It was our first touch screen voting in Cuyahoga County. And election problems ranged from technology to personnel to planning.
By the election director’s assessment, first touch screen voting went “fairly well,” with “only” 20 per cent of poll workers not showing up, leaving or not knowing how to do their jobs.
“It could have been much worse yesterday if we hadn’t strategized well in advance of the election,” Elections Director Michael Vu said.
With a $12 million annual budget and $20 million in new touch screen machines, staff began planning for this election last June.
But 7,500 temporary poll workers got only three to five hours of training.
Nearly 24 hours after the polls closed, the vote here was still not counted. Hamilton County – Cincinnati - was completely counted shortly after midnight.
But on the streets, the reviews of election planning were not so favorable.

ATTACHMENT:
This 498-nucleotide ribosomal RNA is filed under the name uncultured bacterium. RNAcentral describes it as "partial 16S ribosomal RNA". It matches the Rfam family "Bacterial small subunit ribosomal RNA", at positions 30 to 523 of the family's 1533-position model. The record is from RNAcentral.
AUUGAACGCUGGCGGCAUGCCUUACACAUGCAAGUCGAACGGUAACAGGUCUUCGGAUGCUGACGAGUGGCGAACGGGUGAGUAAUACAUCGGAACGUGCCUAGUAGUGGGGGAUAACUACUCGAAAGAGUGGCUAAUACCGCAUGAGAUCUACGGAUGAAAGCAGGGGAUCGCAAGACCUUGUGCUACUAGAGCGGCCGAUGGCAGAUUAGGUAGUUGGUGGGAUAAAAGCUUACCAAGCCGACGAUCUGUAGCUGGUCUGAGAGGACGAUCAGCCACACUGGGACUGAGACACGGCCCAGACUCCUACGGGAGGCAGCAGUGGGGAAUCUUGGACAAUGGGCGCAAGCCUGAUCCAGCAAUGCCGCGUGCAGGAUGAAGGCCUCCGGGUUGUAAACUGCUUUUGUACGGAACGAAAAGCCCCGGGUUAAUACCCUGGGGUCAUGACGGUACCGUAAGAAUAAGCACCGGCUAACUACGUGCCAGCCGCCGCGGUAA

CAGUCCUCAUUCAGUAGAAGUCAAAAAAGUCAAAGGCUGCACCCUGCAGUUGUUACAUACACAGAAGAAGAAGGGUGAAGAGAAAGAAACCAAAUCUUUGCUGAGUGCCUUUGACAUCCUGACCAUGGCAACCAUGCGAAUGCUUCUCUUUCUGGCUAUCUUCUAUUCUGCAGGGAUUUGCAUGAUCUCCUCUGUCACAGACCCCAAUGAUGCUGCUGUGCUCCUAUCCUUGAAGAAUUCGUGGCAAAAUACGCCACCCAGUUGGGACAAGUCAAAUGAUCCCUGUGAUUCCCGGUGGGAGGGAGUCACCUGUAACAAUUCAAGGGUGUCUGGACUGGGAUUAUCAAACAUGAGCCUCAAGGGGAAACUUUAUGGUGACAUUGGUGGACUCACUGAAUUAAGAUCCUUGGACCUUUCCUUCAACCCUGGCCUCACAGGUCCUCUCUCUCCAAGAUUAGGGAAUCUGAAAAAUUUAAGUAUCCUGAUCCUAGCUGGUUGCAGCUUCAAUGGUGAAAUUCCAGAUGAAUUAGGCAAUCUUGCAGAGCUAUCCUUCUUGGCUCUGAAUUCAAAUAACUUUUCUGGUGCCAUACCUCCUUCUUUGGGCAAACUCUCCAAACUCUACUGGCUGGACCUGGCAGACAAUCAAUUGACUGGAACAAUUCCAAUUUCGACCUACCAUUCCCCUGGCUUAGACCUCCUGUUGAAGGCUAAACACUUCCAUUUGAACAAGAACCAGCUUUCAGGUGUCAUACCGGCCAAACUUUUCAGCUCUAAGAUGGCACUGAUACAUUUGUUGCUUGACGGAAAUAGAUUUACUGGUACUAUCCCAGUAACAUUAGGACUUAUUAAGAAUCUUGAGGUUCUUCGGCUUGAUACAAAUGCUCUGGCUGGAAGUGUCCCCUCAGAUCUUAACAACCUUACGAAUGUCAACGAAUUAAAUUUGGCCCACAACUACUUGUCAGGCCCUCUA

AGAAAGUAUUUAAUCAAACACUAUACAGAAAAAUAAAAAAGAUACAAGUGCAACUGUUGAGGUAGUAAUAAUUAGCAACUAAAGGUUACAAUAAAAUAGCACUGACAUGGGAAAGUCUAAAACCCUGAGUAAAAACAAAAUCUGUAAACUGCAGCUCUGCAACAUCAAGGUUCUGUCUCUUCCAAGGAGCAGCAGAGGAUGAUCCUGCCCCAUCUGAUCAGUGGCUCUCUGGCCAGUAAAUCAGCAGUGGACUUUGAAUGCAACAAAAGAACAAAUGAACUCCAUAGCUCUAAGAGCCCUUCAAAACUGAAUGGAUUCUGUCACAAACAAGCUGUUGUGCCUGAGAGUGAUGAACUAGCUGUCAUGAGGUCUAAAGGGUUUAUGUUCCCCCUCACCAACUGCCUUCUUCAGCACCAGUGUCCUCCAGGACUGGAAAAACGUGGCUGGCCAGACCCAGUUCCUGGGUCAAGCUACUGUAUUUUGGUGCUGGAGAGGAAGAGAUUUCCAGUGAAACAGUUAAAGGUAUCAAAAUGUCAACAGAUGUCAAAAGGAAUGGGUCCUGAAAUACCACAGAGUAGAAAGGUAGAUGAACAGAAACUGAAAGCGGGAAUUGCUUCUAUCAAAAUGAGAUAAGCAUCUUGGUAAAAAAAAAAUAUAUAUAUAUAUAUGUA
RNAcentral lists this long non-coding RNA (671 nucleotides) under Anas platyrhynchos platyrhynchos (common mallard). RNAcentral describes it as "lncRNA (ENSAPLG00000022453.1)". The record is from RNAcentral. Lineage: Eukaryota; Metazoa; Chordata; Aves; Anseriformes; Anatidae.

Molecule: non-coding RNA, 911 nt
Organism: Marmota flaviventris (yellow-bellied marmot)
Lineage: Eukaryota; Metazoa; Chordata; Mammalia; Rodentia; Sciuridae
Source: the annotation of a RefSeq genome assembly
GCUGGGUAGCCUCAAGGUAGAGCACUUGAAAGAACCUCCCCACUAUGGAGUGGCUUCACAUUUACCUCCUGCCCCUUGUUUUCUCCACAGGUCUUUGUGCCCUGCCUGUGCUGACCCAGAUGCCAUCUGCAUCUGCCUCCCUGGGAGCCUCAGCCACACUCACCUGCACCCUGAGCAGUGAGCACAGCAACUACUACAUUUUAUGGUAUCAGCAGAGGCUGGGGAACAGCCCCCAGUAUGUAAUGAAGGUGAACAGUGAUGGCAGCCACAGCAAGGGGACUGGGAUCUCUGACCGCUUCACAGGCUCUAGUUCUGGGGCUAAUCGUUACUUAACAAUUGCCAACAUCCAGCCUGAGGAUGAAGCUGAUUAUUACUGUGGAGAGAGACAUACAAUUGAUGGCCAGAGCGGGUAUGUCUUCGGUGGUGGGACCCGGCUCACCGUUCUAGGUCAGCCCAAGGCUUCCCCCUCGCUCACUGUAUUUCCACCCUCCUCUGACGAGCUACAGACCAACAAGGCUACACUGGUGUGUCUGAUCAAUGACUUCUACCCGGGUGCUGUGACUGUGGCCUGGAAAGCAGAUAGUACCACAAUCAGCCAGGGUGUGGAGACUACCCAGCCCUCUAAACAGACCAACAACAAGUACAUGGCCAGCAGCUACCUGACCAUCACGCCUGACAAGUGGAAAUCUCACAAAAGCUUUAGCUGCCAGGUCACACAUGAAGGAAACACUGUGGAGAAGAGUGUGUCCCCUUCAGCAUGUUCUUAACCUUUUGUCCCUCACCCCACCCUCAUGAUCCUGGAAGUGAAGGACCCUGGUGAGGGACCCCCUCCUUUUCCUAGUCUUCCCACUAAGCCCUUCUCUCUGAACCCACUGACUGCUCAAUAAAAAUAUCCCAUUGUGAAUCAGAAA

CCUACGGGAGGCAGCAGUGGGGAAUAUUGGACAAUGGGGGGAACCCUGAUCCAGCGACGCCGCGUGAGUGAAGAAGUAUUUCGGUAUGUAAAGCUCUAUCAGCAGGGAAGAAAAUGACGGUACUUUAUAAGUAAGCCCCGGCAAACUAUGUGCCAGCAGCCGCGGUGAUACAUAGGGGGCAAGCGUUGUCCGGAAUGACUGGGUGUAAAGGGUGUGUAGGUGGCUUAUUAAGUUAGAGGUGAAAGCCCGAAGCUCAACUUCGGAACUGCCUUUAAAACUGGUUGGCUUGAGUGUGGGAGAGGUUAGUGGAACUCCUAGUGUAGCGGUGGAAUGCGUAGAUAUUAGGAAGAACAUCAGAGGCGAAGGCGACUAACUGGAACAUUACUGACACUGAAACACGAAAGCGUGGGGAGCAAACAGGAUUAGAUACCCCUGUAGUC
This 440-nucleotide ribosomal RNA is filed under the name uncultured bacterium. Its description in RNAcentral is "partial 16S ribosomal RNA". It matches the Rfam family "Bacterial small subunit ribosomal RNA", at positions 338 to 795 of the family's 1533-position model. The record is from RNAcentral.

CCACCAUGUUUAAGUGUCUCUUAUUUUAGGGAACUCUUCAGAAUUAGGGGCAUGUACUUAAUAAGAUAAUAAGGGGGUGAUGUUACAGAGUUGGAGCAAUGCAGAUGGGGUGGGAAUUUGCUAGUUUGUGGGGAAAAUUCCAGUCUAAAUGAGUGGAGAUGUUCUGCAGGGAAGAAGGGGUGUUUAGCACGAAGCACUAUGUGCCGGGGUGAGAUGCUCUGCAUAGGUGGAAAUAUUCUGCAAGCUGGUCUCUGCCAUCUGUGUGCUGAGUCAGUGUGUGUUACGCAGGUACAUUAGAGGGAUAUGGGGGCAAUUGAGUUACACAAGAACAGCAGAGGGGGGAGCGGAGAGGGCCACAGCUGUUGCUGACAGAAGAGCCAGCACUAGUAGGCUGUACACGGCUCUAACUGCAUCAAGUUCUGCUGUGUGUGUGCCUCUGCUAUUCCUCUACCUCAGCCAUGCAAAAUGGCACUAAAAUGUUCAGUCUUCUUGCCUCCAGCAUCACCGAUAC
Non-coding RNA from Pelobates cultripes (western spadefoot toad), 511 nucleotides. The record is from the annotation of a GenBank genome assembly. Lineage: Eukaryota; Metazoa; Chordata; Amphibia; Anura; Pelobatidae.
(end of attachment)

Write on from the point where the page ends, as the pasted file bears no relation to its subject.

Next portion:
“We sacrificed to go and vote and then the count is not correct or something goes wrong … that definitely needs to be fixed,” one voter said.
Because all the results weren’t available Wednesday morning, another voter said, “I still don’t know if I have to pay additional tax or not.”
The biggest delay is the hand counting of absentee ballots. A machine could not read them. Touch screen voting went “better.”
The biggest glitch was the disappearance of 70 memory cards that record votes. There is a paper backup so the votes did not disappear.
And losing memory cards is better than losing paper ballots.
“In the punch card world, if there was a punch card ballots missing we would never be able to recover those votes,” officials said.
The director says most people who didn’t have problems with touch-screen voting like the new system and he promises a smoother Election Day in November.